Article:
Eye Injuries

Eye injuries can result from sports injuries, accidents and foreign objects in the eye. These can cause pain, swelling, redness and other symptoms. Some people see flashes of light or have vision changes. Serious injuries to the eye may cause permanent vision loss.


What is an eye injury?

Eye injuries include bruises, punctures and scratches. They can result from accidents, exposure to chemicals or foreign objects in the eye.

See an ophthalmologist right away if you have an eye injury. Some eye injuries heal with rest and at-home treatments. Others can cause serious eye damage and vision loss.


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What are the most common eye injuries?

Eye injuries range from mild to severe. Some of the most common eye injuries include:

  • Black eye: A blow to the eye or the tissue around it causes a black eye. The area around the eye is bruised, swollen and painful. The eyelid may also be cut. The swelling can interfere with vision.
  • Bleeding in the eye: An eye surface hemorrhage (bleeding) can result from straining too hard (such as during a cough) or from trauma to the eye. A subconjunctival hemorrhage happens when blood appears in the clear skin part of the eye (the conjunctiva) that covers the white part (the sclera). Blood can also pool between the cornea and the iris (the clear transparent of the eye and the colored part). This bleeding is called a hyphema.
  • Burns and irritation: Chemicals, fumes and other irritants can burn or damage the eye, leading to vision loss.
  • Corneal abrasion: Foreign objects, fingernails, contact lenses and other items can scratch the cornea. The cornea is the clear transparent area on the front of the eye. Corneal abrasions cause pain, sensitivity to light, and eye watering.
  • Injury from a foreign object: When something lodges in the eye, vision problems and eye pain can result. The most common foreign objects in the eye include dirt or debris, sawdust or shattered glass. Contact lenses can cause eye injuries when they stay in the eye too long.
  • Orbital (eye socket) fractures: Trauma or blunt force to the bones surrounding the eye can cause a fracture. Orbital fractures usually happen when an object or fist hits the eye. In an orbital blowout fracture, bones inside the eye socket shatter. The muscles that support the eyes can stretch, tear or become trapped. Children are especially susceptible to this.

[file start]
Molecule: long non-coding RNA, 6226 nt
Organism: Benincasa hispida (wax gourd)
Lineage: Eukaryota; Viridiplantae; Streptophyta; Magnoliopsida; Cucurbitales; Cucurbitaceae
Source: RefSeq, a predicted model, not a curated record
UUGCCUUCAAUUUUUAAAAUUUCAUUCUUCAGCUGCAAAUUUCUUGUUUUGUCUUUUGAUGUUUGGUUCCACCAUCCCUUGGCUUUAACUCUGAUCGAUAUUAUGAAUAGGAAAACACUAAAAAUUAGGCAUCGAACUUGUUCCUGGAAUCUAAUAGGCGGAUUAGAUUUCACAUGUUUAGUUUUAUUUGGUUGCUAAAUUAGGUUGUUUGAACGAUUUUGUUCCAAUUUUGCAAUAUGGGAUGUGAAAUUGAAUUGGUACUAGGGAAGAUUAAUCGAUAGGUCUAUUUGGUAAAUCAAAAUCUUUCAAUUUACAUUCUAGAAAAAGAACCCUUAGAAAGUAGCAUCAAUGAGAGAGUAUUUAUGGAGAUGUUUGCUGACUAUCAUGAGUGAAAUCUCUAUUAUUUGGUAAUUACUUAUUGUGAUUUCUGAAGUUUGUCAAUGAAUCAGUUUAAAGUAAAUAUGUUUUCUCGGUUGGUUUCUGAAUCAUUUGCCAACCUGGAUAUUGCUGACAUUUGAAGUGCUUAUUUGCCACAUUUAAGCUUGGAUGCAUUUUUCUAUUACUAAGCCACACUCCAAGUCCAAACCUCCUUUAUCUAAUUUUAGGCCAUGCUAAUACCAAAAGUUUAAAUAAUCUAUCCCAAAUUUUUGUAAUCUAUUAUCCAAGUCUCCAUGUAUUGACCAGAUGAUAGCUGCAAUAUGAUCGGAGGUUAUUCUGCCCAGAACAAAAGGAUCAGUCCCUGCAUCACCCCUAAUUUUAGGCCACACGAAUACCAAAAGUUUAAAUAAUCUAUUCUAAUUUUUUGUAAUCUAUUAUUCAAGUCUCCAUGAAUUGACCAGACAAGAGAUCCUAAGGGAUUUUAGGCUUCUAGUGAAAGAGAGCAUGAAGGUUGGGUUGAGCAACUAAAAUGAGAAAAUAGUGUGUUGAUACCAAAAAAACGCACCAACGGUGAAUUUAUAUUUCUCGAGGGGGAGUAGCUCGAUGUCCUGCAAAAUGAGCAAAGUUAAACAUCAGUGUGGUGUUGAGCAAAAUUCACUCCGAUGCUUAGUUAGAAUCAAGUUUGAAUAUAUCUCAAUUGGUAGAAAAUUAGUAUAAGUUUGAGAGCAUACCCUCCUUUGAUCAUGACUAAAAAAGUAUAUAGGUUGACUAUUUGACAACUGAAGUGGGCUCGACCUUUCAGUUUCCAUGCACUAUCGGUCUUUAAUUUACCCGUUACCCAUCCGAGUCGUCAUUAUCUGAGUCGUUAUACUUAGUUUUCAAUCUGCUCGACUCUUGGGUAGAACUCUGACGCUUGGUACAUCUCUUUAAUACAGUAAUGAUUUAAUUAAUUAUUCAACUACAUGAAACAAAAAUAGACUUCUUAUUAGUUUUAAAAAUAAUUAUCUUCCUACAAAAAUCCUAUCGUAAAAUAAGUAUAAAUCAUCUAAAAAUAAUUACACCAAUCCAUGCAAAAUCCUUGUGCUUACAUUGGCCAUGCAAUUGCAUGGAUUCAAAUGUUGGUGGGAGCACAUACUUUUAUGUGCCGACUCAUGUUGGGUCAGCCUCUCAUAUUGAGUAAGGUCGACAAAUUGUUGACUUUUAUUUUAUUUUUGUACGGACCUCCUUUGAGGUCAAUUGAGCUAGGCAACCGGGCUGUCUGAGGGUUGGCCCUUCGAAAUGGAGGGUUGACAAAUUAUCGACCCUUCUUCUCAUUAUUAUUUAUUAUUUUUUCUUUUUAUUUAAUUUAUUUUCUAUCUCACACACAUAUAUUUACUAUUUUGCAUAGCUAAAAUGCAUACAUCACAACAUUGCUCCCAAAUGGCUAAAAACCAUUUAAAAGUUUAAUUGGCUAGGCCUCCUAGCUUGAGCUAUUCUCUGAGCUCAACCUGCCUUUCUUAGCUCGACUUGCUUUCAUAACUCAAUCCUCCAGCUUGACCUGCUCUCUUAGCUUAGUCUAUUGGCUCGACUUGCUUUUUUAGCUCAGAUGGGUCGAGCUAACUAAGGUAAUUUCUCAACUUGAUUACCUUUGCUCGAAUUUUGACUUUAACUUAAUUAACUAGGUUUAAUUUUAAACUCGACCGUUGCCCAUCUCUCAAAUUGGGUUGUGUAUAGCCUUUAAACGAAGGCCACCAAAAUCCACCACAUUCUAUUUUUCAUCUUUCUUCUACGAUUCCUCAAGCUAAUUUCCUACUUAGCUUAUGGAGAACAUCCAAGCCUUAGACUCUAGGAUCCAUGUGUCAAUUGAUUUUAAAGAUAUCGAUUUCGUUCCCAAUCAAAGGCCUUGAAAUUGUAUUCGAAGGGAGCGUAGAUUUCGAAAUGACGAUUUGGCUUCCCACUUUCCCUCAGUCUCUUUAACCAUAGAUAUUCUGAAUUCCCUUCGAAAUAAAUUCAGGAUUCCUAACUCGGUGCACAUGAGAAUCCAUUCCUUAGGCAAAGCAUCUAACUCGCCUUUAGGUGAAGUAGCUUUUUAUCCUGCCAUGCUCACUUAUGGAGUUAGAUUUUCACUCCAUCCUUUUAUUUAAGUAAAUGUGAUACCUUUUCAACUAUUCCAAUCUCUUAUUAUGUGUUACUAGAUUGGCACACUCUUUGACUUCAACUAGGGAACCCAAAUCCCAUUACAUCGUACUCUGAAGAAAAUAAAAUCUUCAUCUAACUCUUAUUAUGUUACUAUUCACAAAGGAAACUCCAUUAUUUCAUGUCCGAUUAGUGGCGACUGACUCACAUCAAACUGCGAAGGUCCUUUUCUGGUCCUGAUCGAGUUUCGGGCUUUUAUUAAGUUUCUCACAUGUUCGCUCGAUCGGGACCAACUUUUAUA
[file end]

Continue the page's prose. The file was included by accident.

• Retinal detachment: A detached retina can cause permanent vision loss. It usually results from age-related changes or trauma to the eye. It happens when the retina (thin tissue on the back of the eye) pulls away from the wall of the eye.

Who is at risk of an eye injury?

Anyone can get an eye injury. Kids and teenagers are more likely to injure their eyes, especially while playing sports or doing other recreational activities. People who play contact sports like football and hockey have a higher risk. Baseball and softball players are more likely to have an eye injury from a flying ball.

Construction workers and people who work with chemicals, lasers and potential irritants have a higher risk of an eye injury on the job. Eye injuries can happen at home while doing yard work, cooking, cleaning or setting off fireworks.


Symptoms and Causes

What are the symptoms of eye injuries?

Symptoms vary based on the type of injury. They may appear suddenly or develop over time.

Signs of an eye injury include:

  • Pain and swelling: Your eye may hurt, especially when you try to open, close or move it. The eye may be sensitive to the touch. Swelling can affect the eyeball, eyelid or entire face.
  • Bruising and redness: Any part of the eye may appear red or bruised.
  • Vision changes: You may see floating black spots or flashes of light (floaters and flashes). In addition to eye floaters, you may notice blurry or double vision and other vision problems.
  • Problems with eye movement: You may not be able to move your eyes easily. One eye may move independently from the other.
  • Changes in eye appearance: One eye may look crossed (strabismus). The pupils may be different sizes or unusually large or small. One eye may protrude (stick out) from the eye socket more than the other one or look sunken.
  • Bleeding: The white part of the eye may look bright red, or you might see small red or black spots in the eye. A red eye can be a sign of an eye injury or several other health conditions.

What causes eye injuries?

Most eye injuries cause damage to the eyeball or the bones and tissues around the eye.